1. Bull Selection –
Do your homework and select bulls that have genetics that suit your production system, environment and market end-point. This includes understanding the range of genetic information available on Angus bulls. (see – Selecting Bulls module) Direct traits on the bull itself may also be a consideration such as coat type, docility and structural soundness.
2. Grain ration –
Heavily fed and over prepared bulls will likely struggle to perform in their first season as well as grass fed bulls or bulls that have had optimal supplementation for joining.
3. Age of bulls –
The optimal age of bulls to move onsite to stations is 12 – 18 months of age to enable better adaptability than older bulls and retain the ability to effectively serve, whilst reducing the negative impact on growth and joining limitations of younger bulls. Bulls outside of this age bracket can still be introduced and used however extra consideration should be given to older bulls fighting and acclimatisation.
4. Relocation –
The cooler months are the best time to relocate bulls with May – August being the preferable period to allow bulls to better adapt to their new environment.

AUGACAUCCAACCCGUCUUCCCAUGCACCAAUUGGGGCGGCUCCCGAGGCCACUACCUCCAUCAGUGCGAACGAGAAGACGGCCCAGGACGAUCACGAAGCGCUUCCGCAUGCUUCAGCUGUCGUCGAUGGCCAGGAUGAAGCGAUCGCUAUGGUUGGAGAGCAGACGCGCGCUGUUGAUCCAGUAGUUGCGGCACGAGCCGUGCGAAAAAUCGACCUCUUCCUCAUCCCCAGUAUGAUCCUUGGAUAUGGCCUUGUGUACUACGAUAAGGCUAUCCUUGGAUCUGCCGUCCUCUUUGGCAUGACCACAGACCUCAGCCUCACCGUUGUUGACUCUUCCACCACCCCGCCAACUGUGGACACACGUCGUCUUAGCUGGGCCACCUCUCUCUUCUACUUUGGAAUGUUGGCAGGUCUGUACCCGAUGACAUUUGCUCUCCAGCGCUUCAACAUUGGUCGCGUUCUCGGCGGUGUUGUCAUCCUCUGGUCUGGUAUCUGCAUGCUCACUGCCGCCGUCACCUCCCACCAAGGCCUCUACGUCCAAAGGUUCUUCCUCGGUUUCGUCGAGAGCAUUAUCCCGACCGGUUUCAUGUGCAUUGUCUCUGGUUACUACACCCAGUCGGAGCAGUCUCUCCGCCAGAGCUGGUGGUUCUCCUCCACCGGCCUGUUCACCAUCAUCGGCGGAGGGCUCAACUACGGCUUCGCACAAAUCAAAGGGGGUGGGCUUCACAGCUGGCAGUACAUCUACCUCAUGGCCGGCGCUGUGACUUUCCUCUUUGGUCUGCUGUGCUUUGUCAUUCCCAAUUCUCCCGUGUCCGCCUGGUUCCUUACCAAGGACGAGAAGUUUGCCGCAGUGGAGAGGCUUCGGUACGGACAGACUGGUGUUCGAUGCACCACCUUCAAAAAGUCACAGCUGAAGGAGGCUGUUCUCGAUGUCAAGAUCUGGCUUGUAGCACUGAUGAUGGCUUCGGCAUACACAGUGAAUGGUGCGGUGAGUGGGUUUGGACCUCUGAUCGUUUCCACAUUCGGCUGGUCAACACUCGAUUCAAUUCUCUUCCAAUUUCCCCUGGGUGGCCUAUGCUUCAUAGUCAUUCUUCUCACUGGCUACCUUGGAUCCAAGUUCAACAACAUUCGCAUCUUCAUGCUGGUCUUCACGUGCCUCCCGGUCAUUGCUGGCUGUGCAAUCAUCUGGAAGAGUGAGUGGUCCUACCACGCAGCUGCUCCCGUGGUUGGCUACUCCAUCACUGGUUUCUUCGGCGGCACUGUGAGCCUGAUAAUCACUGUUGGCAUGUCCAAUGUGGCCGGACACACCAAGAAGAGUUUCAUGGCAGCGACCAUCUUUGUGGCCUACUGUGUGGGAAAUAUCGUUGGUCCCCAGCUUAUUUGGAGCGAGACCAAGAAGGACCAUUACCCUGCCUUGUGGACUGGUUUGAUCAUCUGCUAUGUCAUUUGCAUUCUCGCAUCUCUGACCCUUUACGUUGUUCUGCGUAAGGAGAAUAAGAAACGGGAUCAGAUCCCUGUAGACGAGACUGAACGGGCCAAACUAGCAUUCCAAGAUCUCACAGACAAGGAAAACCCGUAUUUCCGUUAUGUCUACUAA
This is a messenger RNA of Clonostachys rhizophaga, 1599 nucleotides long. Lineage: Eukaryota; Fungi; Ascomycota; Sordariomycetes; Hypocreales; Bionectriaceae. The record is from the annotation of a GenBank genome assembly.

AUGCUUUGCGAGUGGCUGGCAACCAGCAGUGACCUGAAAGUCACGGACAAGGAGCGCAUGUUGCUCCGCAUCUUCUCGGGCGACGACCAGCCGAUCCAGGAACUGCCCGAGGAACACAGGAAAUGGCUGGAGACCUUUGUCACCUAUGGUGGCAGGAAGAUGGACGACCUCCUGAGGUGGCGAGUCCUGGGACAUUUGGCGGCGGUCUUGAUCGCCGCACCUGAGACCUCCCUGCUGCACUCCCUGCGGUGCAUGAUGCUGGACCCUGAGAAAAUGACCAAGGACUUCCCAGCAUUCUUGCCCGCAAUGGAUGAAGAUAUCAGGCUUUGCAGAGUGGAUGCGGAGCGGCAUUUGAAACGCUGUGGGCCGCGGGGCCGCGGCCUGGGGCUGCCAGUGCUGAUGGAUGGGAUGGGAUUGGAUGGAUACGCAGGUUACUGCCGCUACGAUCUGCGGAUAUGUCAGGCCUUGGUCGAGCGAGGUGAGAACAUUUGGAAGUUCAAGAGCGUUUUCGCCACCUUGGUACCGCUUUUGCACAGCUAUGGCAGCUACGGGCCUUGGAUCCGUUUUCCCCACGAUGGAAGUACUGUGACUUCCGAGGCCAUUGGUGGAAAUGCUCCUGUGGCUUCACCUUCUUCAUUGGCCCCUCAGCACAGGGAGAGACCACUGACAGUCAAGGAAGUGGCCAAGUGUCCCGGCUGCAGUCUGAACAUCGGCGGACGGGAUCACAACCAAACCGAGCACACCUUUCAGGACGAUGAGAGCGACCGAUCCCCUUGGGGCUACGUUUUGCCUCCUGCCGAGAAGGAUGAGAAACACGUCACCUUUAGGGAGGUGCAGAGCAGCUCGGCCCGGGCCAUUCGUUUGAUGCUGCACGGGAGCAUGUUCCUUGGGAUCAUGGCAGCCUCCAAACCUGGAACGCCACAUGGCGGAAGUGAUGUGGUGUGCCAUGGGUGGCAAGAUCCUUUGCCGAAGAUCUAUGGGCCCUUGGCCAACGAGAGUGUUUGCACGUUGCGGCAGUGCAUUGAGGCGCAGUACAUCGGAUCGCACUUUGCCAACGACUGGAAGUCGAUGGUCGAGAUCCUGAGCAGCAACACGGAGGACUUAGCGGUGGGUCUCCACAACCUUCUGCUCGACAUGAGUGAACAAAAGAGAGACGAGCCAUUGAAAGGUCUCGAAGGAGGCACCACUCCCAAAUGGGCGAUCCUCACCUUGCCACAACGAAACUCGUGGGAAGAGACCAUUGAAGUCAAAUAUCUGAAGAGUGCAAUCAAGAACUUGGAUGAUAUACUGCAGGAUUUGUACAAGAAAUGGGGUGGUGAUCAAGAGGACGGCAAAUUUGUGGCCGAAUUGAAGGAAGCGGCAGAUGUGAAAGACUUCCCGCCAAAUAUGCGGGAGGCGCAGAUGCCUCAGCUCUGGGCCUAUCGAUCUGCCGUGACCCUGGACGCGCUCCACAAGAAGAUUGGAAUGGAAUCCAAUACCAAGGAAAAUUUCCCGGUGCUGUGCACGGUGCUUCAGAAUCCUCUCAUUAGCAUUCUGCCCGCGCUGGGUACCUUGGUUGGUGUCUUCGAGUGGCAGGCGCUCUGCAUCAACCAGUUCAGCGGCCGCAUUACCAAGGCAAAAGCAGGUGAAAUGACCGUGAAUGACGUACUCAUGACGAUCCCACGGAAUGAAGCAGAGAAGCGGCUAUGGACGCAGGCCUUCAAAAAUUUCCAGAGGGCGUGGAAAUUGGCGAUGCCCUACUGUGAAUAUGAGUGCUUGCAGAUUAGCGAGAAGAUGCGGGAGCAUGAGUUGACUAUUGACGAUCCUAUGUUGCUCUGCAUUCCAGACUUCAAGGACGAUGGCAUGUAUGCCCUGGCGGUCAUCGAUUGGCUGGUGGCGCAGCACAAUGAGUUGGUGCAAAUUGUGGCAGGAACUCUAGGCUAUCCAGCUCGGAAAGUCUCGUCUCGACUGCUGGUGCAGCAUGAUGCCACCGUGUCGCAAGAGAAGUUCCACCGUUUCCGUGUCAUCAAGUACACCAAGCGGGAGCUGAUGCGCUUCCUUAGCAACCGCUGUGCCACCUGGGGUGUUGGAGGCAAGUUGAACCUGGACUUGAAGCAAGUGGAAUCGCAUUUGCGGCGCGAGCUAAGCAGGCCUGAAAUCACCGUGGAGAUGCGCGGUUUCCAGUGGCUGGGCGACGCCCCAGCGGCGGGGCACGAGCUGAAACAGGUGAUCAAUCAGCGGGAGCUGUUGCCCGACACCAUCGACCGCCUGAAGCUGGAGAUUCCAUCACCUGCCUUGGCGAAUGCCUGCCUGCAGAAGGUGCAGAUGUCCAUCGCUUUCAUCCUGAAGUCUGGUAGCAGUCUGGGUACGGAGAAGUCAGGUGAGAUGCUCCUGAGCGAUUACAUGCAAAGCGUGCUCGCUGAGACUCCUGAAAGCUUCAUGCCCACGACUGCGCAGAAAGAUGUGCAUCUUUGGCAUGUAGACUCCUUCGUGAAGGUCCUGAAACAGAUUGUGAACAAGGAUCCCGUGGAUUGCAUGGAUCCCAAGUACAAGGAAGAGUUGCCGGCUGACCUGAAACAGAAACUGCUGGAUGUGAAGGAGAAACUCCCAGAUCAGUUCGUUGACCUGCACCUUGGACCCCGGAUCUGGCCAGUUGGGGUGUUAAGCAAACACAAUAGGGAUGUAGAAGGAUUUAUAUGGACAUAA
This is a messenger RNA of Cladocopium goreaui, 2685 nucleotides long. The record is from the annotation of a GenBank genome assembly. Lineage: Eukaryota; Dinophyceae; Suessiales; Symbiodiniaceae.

5. Transportation –
Off water for no longer than a maximum of 36 hours. At this point, animals can lose over 10% of their own bodyweight due to dehydration mostly through loss of body fluids and rumen contents.
6. Recovery –
Allow sufficient time to recover from travelling by providing rest, nutrition and water either in the yards or holding paddock.
7. Nutrition –
A minimum of 14 days is recommended to allow bulls to adapt to pastures in the new environment, with supplementary feeding and/or protein supplements to be offered where necessary. Gradual introduction to urea is recommended.
8. Herd Introduction –
Ensure the bull is introduced to the herd / mob as soon as practical once located on station to ensure reduced incidence of injury or disease in the cattle yards.
9. Treatments –
All bulls should be vaccinated in accordance with standard protocols against the Clostridial diseases (5 in 1, or 7 in 1), Pestivirus and Vibriosis.
Additionally, bulls should be vaccinated for:
Angus Australia acknowledges the funds provided by the Australian Government through the Meat & Livestock Australia Donor Company (MDC).
This resource was created as a result of a collaboration between Angus Australia and Meat & Livestock Australia Donor Company (MDC) (Project P.PSH.1063).